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November 12, 2015
Insights From Teaching a Graduate Evaluation and Improvement Science Course
Improvement Science1 emphasizes innovation and ongoing inquiry cycles to learn about what changes produce program improvements.
informs early stages of program development in order to gain information for improvement.
Theory-Based Evaluation3 articulates program theories or cause-and-effect relationships for how a program ought to work, and examines whether those theories hold up in practice.
Developmental Evaluation4 guides programs in situations of high complexity in which there is a constant state of growth or change.
FINE Newsletter, Volume VII, Issue 4
Issue Topic: Evaluation and Improvement Science in Action
Voices From the Field
There are several signs that the field of education is paying attention to the idea of improvement in new and exciting ways. The federal government, through the Institute of Education Sciences, is funding new research to study continuous improvement and how educational programs develop over time rather than focusing solely on their end goals and outcomes after they have been implemented. Additionally, other educational organizations such as the Carnegie Foundation for the Advancement of Teaching have made the science of improvement part of their central mission as they work with practitioners to solve persistent problems in education. Although improvement science has long been used in other fields, such as manufacturing and health care, it is becoming more prevalent in education. I designed this graduate-level course that I teach at the Harvard Graduate School of Education to introduce students to theories and frameworks of improvement, which I link closely to the practice of evaluation as a way to support and assess the improvement of a program as it develops over time.
The content and design of the course, Learning From Practice: Evaluation and Improvement Science, emerged from my interest in how practitioners engage in inquiry and improvement. I wanted students to tackle a range of questions, including:
It seemed that these questions went beyond courses in summative evaluation that focused on impact and final outcomes, or courses that conducted evaluations through large-scale experimental or quasi-experimental studies. My course was instead focused on formative and developmental evaluation—the ongoing, iterative assessment of progress and the process of working with the program to make recommendations for improvement.
To practice these skills, students in my course consider how education practitioners might learn from feedback, how evaluation data could support building organizational capacity, and how there are various roles and relationships built between evaluators and practitioners as they collaborate to formatively evaluate a program. In many ways, this course honors the work of renowned Harvard Graduate School of Education Professor Carol Weiss, who left a deep legacy in the evaluation world with her work on theory-driven evaluation and advocacy for knowledge utilization. The course is intended to support students to understand the theory behind programs or interventions, how to assess whether they are making progress, and what changes to recommend. As a primary pedagogical approach, students are expected either to be in a practicum setting or be willing to partner with a school, program, or organization in order to collect information about that program. Working closely with that program, which we call the “partner organization,” they come to understand the program’s goals and generate a focus for evaluation. As their culminating project, students write an evaluation proposal that contains a description of the program and key stakeholders, a diagram of the program’s theory or logic model, proposed evaluation questions, and potential sources of data collection to answer the evaluation questions. Students also have to justify what approach they would take to evaluation, given the program’s current infrastructure and readiness for evaluation. For example, a nascent program that does not have a fully articulated theory for how their activities will result in outcomes might be a good candidate for developmental evaluation. This branch of evaluation views the evaluator role as more of a reflective partner to support program stakeholders with documenting the shifting and uncertain changes as a young program is first getting started.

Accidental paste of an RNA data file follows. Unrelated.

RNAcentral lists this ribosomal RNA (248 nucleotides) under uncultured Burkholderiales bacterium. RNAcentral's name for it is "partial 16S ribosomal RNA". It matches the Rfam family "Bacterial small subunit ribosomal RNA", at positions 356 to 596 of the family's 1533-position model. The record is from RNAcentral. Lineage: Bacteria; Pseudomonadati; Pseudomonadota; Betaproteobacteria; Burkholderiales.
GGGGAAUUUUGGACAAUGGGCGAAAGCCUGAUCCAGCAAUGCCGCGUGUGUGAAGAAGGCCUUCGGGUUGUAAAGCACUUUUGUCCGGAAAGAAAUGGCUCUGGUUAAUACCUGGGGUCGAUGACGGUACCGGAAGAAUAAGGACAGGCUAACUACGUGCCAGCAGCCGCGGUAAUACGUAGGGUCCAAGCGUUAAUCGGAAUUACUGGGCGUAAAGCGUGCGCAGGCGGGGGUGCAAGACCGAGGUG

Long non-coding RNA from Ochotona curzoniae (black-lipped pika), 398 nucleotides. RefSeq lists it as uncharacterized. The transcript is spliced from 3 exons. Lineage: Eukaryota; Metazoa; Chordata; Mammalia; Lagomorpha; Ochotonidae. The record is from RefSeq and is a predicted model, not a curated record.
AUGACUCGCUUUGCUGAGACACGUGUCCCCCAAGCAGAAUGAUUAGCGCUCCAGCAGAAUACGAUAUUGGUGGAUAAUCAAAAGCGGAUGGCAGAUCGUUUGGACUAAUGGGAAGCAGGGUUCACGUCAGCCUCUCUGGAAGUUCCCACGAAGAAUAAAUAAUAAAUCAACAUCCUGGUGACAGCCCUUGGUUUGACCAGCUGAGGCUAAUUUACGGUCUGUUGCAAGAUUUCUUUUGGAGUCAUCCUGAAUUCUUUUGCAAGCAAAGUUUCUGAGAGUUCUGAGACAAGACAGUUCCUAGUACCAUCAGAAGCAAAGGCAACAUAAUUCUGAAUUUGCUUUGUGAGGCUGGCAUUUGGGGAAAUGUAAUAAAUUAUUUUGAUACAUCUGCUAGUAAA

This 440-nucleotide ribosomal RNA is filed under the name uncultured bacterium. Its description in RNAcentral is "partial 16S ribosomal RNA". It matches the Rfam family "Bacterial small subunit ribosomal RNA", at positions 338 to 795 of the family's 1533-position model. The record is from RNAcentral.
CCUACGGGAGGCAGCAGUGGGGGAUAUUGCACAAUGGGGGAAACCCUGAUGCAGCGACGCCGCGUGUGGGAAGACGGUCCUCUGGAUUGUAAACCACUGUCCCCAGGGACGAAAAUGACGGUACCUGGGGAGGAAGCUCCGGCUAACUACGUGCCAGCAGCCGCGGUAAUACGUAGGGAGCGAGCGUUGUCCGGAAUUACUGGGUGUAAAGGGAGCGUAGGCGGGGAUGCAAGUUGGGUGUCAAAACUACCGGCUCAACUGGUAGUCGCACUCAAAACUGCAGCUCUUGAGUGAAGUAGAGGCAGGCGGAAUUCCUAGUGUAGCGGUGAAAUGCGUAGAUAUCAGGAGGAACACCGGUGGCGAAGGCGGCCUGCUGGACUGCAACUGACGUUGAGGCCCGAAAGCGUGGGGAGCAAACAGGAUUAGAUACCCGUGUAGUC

Through this course, I have had the opportunity to work with students and partner organizations as they explore the complexities of program evaluation. Along the way, my students have helped me learn three insights that I document below.
1. Improvement Without Evaluation Is Incomplete
Many times when we think about “improvement,” we think about moving forward—creating action plans that draw out what will happen next, step-by-step, to help us get to where we want to be. However, the issue in education is that many programs and initiatives are full of action plans but have no ways to evaluate their results. With formative and developmental evaluation, programs can spend some time looking backward—getting immediate information about the initial implementation of their model and how the people involved perceive the program from the beginning. This evidence is sometimes dismissed because it is seen as “too early to tell” what the impact of the program will be or based on “imperfect” conditions because the program is just getting started. Evaluators will argue that this is the perfect time to gather data about how the program is working. But instead of trying to judge success or failure, they can work with the stakeholders directly to understand how the process—in all its messiness—is unfolding. The purpose of gathering data at this stage is to support ongoing routines for improvement where both halves of the improvement cycle are represented, and organizations learn to look back in order to move forward.